With the saw vise complete, I found myself thinking about my workshop once again. The saw vise was done completely outside in the open, and I found it pretty nice to get some fresh air while working. This has be doing even more thinking about an outside workshop. Besides the space issues, which I’ve lamented more than once, there’s just something nice about working like that.
You see, that little storage room that will be the shop isn’t climate controlled at all. After all, who’d run duct work to a storage room? Now, in winter, a space heater would do wonders with such a small location. But in summer, I can actually see the heat being to much. Remember, this is Southwest Georgia. While winters are brutal for many of you folks, summers here are the killer. 95 degrees with 95% humidity aren’t unusual for us at all. An outside shop will give me the opportunity to catch breezes that will make it a bit easier to deal with.
Now, don’t get me wrong. I’d still prefer a decent sized freestanding shop, but any I’d select would have windows that can be opened! It gets really hot down here, and I’d like to work year round if at all possible. However, a decent sized canopy costs a lot less than a freestanding shop!
The one concern I have is rain and wind combined. However, on one end of the porch, there is a brick wall adjacent to the other back yard (this is a duplex). This gives me two walls worth of protection, which should protect my “shop” from all but the hardest rains with wind. However, walls can be rigged up with tarps and put in place to give additional protection.
Tools can, and probably will, get rusty. However, this is Southwest Georgia. That would probably happen in the storage room as well. That just means I’ll have to be careful and take good care of them. However, tool storage can fix that.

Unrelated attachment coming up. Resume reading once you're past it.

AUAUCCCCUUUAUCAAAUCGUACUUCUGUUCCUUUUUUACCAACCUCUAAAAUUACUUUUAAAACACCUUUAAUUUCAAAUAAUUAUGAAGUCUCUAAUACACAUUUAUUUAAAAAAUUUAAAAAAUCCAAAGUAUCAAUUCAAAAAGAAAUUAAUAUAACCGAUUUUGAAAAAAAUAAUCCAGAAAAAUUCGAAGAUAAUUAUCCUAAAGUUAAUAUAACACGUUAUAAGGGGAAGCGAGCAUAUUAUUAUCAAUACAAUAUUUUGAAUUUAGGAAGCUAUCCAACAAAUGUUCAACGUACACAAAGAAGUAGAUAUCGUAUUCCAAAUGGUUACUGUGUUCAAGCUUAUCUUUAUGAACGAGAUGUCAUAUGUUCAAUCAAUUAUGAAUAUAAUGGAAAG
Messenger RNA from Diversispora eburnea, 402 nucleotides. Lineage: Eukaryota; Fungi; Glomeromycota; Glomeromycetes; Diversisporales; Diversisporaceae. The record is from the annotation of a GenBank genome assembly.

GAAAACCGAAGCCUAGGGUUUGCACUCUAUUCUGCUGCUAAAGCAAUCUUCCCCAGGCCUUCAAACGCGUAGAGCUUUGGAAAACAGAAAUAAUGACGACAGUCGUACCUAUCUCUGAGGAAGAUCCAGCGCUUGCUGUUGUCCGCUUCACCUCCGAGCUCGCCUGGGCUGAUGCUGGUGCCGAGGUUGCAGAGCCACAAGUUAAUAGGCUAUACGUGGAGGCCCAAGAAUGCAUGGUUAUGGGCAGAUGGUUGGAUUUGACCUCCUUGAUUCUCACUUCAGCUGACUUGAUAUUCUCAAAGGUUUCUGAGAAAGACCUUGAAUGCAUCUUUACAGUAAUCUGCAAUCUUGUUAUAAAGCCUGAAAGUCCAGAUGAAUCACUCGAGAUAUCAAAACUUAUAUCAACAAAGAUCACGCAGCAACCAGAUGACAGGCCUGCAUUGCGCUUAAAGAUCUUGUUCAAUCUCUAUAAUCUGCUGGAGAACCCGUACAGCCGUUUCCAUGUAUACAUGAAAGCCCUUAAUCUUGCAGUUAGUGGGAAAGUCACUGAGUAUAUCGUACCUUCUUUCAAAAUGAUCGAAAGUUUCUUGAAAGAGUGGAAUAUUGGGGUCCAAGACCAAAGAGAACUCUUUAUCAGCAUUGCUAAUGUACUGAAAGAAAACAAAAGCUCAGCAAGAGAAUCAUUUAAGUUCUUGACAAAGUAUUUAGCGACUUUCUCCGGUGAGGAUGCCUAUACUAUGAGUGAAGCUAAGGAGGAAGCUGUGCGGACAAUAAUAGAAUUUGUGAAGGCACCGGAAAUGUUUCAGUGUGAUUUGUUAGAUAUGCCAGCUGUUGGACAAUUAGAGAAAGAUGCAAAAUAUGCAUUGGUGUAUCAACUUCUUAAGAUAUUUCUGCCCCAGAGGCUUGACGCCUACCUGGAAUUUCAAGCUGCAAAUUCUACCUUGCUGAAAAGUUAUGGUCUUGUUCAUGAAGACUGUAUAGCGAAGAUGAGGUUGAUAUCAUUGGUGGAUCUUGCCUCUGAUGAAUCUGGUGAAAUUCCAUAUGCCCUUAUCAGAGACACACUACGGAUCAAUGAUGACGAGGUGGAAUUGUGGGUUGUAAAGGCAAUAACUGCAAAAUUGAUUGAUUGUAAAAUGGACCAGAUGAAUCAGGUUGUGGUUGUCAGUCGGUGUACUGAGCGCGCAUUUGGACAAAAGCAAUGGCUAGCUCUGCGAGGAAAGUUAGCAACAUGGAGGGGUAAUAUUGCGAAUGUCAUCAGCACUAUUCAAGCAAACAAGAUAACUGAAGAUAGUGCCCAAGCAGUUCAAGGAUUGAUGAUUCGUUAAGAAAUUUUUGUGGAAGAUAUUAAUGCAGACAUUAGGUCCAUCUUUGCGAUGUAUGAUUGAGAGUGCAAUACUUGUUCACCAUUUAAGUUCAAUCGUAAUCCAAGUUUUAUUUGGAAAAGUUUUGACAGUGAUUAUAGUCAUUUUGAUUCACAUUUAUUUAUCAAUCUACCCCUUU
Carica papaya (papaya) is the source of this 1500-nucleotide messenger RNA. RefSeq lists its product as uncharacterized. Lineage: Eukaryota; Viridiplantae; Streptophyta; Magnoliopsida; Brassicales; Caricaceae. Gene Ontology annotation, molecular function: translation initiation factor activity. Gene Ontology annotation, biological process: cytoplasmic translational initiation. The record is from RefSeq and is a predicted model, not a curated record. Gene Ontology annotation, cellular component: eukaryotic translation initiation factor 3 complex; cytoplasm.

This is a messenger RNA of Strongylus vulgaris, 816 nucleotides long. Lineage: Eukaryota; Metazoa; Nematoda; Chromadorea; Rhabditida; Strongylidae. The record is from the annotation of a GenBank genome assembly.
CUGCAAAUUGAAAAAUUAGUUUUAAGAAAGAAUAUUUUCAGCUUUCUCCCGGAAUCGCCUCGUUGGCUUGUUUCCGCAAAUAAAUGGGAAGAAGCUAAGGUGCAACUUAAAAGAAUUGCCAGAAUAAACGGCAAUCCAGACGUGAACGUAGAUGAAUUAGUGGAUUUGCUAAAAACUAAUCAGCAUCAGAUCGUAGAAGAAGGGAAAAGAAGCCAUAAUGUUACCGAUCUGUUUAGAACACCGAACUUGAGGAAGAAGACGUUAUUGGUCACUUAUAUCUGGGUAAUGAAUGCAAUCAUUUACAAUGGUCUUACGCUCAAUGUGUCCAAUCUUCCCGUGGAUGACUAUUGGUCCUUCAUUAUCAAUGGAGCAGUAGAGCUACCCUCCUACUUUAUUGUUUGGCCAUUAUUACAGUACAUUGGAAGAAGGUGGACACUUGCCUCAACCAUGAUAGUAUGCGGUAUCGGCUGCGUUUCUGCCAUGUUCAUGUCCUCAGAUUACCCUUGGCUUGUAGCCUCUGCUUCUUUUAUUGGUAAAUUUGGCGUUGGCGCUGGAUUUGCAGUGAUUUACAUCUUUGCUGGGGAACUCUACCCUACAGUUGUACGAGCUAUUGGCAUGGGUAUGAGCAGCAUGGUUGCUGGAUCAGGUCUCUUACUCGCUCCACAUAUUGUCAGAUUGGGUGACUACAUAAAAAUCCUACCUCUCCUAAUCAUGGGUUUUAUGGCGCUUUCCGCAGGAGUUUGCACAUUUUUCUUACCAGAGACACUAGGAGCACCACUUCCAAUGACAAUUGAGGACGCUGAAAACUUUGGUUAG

In the 18th Century, the huge honking tool chests like the Benjamin Seaton chest and the Duncan Phyfe chest weren’t very portable. They’re mucking HUGE! What they did apparently do well are the two things I need. They provided protection from theft, and they provided protection from rust. Adam Cherubini noted on his blog once upon a time that the chests like the Seaton and the Phyfe were found in more urban areas, while tool walls were often found in more rural locales. The chests can lock, while the walls obviously can’t. And, since a well made tool chest is apparently fairly air tight, it might just be the option to go with.
Honestly, this system actually has fewer drawbacks, at least in my mind, than most of the other options I’ve considered with the exception of a freestanding shop. However, the drawbacks it has (security and weather) are pretty significant. I think I have figured out how to deal with those though, and should really consider this one seriously. It just might work!
-- "Give me your poor tools, your tired steel, your huddled masses of rust." Yep, I ripped off the Statue of Liberty. That's how I roll!